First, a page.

The psychology of colour: How to create the perfect mood in your home

Whether you’re repainting the walls in your bedroom or sprucing up the living room with a brand new sofa, picking the right colour goes far beyond aesthetics. It’s a widely recognised fact that colour affects everything from the way we perceive objects and spaces to the way we think, feel and act1.

Colours can make cold rooms feel warmer, and small rooms seem more spacious. And when it comes to the affect colour can have on our mood, well-known phrases such as ‘green with envy’, ‘seeing red’ and ‘feeling blue’, all go to show exactly how linked colours and emotions really are.

So, while deciding on colours for your home isn’t always the easiest and most straightforward of tasks, picking the right ones can be crucial to creating the desired mood and changing the feel of a room. In fact, we recently carried out a survey that found that 39% of us in the UK think that redecorating walls, whether it be with new wallpaper or a fresh lick of paint, has the biggest impact on the look and feel of a room.

To help you on your quest to find the perfect colour, we’ve put together some colour psychology tips for you to bear in mind.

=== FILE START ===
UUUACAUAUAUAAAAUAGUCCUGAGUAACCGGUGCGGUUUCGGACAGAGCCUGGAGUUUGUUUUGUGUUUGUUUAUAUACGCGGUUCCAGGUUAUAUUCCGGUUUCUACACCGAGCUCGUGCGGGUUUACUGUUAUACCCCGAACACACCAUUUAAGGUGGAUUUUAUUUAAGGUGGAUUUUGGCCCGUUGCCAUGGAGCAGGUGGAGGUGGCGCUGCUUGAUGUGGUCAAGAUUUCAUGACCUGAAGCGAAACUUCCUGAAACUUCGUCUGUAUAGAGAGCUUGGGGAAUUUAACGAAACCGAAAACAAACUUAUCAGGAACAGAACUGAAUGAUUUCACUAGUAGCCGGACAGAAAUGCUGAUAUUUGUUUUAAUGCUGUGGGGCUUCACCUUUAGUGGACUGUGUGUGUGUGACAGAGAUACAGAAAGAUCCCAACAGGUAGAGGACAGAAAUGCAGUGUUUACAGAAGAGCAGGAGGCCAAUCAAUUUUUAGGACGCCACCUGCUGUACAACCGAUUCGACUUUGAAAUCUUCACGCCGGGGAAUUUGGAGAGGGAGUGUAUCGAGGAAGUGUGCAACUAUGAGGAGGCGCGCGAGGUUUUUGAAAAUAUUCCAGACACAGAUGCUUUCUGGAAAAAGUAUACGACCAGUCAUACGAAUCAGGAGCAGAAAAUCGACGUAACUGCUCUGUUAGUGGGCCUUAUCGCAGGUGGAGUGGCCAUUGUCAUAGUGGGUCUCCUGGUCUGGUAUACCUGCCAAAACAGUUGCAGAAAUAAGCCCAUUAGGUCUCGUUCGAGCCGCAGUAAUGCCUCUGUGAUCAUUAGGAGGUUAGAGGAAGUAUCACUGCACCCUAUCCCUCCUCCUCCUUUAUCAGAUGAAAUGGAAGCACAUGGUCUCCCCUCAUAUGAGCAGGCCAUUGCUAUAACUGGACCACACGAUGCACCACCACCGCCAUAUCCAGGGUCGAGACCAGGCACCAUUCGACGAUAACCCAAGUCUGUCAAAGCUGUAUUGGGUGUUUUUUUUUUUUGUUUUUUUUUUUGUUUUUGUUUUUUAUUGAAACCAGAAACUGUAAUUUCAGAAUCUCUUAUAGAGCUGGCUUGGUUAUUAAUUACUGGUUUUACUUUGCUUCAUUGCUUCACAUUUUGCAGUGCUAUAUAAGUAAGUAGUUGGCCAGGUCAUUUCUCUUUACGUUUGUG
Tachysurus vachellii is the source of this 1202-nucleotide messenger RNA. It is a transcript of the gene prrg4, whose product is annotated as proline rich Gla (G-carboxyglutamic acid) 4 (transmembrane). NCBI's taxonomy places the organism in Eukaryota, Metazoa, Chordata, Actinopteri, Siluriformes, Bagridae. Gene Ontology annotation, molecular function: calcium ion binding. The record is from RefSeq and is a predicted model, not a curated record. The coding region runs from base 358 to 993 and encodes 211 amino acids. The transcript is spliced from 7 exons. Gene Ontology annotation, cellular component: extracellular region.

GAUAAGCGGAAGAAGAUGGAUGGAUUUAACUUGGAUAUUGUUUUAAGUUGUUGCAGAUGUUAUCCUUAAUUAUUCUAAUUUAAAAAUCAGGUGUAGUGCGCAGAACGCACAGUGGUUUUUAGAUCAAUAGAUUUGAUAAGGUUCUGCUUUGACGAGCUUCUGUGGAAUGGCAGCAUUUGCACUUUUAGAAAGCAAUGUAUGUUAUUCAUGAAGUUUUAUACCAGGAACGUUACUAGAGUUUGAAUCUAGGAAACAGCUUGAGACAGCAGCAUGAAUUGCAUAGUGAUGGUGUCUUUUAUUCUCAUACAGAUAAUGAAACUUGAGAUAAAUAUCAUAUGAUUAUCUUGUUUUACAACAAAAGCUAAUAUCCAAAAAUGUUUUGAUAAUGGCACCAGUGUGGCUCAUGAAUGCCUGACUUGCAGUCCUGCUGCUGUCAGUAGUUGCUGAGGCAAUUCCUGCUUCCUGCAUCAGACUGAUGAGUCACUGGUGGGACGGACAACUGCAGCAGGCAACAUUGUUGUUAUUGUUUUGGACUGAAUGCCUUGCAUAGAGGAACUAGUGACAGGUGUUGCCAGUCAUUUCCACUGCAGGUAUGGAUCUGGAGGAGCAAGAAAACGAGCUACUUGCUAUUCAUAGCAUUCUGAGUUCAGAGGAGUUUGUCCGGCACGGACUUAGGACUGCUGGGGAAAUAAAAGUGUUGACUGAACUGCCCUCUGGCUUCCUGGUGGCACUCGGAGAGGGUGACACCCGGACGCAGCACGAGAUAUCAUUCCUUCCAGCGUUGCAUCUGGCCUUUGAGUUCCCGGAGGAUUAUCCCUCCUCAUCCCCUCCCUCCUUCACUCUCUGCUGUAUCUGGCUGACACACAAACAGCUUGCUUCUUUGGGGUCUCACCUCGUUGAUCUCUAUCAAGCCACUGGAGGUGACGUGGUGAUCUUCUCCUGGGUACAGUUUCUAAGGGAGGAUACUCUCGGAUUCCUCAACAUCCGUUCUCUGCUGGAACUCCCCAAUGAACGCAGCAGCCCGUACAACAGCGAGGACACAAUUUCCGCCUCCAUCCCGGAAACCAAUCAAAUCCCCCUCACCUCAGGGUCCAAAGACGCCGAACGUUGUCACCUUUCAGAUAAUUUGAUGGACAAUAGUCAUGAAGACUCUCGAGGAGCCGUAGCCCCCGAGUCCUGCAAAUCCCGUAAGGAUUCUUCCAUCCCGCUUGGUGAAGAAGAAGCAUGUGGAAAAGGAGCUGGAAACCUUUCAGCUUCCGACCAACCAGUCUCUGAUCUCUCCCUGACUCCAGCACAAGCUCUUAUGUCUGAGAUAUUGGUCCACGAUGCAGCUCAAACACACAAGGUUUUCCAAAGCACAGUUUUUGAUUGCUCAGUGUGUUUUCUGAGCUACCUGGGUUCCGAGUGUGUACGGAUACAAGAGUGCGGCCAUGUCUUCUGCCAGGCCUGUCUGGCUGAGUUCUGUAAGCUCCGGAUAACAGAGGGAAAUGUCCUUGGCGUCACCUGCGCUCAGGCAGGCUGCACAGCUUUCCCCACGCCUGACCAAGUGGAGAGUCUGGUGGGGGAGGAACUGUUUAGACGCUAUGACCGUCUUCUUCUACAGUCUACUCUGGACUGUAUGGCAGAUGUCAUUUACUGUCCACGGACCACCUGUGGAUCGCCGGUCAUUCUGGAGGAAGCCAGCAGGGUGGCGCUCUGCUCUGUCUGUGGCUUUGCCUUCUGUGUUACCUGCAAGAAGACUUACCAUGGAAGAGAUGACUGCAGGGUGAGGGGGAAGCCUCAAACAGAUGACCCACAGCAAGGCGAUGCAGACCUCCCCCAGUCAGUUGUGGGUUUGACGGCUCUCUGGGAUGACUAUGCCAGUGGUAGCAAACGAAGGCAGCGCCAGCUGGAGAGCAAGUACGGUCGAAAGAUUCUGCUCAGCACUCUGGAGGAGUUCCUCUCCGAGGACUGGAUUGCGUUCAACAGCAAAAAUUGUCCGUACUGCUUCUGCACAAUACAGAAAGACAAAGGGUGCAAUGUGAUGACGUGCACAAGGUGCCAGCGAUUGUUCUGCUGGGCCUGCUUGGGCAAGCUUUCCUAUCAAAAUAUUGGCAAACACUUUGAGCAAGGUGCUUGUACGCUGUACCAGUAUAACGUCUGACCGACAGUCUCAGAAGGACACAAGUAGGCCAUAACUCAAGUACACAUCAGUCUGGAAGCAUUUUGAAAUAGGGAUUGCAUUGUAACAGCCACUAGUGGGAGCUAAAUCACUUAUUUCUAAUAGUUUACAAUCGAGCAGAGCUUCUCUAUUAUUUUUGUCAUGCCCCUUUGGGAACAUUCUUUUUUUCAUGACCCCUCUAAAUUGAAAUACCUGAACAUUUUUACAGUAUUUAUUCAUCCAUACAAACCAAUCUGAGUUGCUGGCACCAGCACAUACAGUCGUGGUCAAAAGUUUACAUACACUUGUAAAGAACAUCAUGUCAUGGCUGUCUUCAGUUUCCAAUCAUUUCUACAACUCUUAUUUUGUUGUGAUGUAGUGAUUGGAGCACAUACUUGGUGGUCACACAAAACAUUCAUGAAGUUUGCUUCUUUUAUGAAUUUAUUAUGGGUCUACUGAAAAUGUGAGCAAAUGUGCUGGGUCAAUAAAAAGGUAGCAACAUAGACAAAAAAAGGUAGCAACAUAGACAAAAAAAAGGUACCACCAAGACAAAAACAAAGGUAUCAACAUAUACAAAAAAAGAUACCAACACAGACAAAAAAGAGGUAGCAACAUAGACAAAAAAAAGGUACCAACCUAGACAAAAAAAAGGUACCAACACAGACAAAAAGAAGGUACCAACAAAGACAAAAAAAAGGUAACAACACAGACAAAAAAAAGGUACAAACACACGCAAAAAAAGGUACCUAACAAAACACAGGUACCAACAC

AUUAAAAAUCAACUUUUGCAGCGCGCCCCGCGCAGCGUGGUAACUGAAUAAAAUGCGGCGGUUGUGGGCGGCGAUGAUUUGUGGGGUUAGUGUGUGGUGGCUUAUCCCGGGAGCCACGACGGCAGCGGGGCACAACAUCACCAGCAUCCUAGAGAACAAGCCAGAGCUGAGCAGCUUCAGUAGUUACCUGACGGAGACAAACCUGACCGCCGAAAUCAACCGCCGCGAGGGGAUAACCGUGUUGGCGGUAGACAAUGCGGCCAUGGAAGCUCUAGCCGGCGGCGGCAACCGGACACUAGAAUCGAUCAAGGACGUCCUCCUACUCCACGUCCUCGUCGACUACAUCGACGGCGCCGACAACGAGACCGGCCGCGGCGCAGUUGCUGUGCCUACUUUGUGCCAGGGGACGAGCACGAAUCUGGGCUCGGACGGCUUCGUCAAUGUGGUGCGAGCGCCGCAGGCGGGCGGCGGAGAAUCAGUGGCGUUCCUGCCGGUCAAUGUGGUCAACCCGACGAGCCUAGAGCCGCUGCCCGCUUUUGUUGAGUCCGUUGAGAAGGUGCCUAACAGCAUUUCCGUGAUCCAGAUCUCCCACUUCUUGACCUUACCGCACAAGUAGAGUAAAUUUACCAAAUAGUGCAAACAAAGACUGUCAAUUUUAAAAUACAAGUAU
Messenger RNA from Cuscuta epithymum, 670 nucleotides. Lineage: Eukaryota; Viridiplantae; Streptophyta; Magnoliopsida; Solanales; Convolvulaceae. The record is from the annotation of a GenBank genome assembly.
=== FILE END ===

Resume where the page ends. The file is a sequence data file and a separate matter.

Warm colours

As the name suggests, warm colours — such as orange, yellows and reds — can make rooms feel warmer. These colours are the perfect choice for spaces that you want to feel radiant and cosy.



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As one of the most intense colours, red is generally associated with passion and energy

Scientific studies show that the colour red encourages conversation and stimulates appetite, making it a great choice for kitchens and dining rooms, or areas where you plan on entertaining guests.

On the other hand, red is also known to raise blood pressure and heart rate, so painting your entire bedroom this colour may create too intense an atmosphere. A red feature wall, however, could add a touch of elegance and sophistication.



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Yellow signifies energy and optimism, and studies indicate that people exposed to this colour release more serotonin — the chemical in our brain associated with happiness and well-being.

If overused, however, yellow can be overwhelming and have the opposite effect, even causing anxiety and feelings of frustration and anger.

Yellow can be a great choice for kitchens, bathrooms and poorly-lit rooms, where its uplifting and energising traits can work their magic.

Cool colours

On the opposite side of the colour wheel are cool colours — such as blues, greens and purples. Cool colours can have a calming and relaxing effect, making them the ideal choice for bedrooms.

In terms of space perception, what’s interesting about cool colours is the fact that they appear to recede, which can make rooms seem larger than they actually are. In contrast to warm colours, cool colours can make spaces feel colder, meaning these are best suited to well-lit rooms as opposed to darker, harder to heat areas.